Eating a healthy, well-balanced diet should provide you with all of the individual nutrients you need, but if you're diet isn't so good, some of those nutrients might be deficient. For example, a person who hates fruits and vegetables might not get enough vitamin C and someone who refuses to eat dairy products may need extra calcium.
Taking a daily multivitamin is an inexpensive and easy way to be sure you are getting the vitamins and minerals you need. A few individual dietary supplements have been shown to have positive benefits for your health too. Adding these extra supplements may be beneficial:
Calcium: Many people don't eat enough calcium-containing foods. This can add to a person's risk of developing osteoporosis, or weakened bones. The recommended amount of calcium for most adults is about 1,200 milligrams per day.
Vitamin D: Some of the vitamin D you need comes from the food you eat, but most of it's made by your body after exposure to sun. Vitamin D is important for calcium absorption and the two nutrients are often combined into one supplement. An average adult needs about 400 International Units of vitamin D. Supplements may help, but you'll probably need to do more than take supplements to prevent bone fractures. Learn more: Vitamin D and Calcium Supplements Probably Not Enough
Fish Oil: Omega-3 fatty acids will help prevent cardiovascular disease. Fatty fish is the best dietary source of omega-3 fatty acids, though plants such as flax contain omega-3 fatty acids. Studies suggest that 0.5 to 1.8 grams of fish oil per day is an effective amount.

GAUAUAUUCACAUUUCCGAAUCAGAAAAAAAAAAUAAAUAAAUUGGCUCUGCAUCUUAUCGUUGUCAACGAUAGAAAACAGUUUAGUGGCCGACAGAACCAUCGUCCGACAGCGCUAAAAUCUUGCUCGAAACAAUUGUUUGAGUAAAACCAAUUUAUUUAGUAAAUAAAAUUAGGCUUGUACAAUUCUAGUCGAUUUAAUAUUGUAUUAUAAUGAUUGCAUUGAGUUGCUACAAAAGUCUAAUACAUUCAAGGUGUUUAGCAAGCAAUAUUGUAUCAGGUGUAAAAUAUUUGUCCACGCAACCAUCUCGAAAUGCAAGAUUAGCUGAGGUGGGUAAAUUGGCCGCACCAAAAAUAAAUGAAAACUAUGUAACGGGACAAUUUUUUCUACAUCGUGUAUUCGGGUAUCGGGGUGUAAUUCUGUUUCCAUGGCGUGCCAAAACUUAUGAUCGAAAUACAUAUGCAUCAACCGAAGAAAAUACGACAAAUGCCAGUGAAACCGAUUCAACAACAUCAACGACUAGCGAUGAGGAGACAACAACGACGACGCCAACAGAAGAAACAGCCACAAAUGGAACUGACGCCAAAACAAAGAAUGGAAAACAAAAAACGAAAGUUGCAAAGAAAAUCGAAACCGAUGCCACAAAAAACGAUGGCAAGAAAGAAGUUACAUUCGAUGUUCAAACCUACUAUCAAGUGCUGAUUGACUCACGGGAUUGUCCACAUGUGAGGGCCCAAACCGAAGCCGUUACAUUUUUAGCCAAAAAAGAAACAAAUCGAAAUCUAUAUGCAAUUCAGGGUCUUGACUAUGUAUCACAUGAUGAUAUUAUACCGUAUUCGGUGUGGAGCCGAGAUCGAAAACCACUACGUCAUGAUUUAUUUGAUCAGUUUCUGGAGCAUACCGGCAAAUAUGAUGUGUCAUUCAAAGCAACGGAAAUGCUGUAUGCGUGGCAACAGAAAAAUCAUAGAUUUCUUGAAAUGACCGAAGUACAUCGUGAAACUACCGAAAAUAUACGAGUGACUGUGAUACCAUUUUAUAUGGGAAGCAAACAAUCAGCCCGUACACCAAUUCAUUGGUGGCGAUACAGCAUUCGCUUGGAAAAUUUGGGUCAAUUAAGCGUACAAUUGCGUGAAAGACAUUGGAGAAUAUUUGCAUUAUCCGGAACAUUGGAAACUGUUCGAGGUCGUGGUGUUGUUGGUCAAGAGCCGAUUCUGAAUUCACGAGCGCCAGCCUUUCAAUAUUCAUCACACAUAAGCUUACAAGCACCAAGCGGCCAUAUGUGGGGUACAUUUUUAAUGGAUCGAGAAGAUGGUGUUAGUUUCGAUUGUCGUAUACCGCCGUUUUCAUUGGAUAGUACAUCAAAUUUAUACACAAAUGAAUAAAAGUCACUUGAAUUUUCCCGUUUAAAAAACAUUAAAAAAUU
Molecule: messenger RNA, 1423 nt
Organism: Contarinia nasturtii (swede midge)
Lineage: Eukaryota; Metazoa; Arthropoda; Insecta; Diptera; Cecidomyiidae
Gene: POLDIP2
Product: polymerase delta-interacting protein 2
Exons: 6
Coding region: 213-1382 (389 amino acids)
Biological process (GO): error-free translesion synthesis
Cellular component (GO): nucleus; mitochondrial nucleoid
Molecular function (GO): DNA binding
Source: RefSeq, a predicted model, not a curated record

Folic Acid: Folate is a B vitamin and folic acid is the synthetic form of the vitamin. Folate is found in green leafy vegetables, citrus fruit and legumes. Folic acid supplements are recommended for any woman who may become pregnant and may also help reduce homocysteine levels, which might help reduce the risk of heart disease. The recommended amount for adults is 400 micrograms per day.
Chondroitin and Glucosamine: Researchers from the Glucosamine/Chondroitin Arthritis Intervention Trial found that participants with moderate-to-severe osteoarthritis pain found statistically significant amounts of pain relief with 1,500 milligrams glucosamine combined with 1,200 milligrams chondroitin sulfate supplements.
Antioxidants and Zinc: The Age-Related Eye Disease Study results showed that a combination of antioxidants and zinc taken as a dietary supplement reduced the risk of advanced age-related macular degeneration. The formula used in the study was:
- 500 milligrams vitamin C
- 400 International Units vitamin E
- 15 milligrams beta-carotene
- 80 milligrams zinc as zinc oxide
- 2.0 milligrams copper as cupric oxide
Probiotics: Foods like yogurt and fermented foods naturally contain bacteria called probiotics. These bacteria are similar to the friendly bacteria normally found in your digestive system. Probiotics are also available as dietary supplements and may be beneficial for people with irritable bowel syndrome and diarrhea.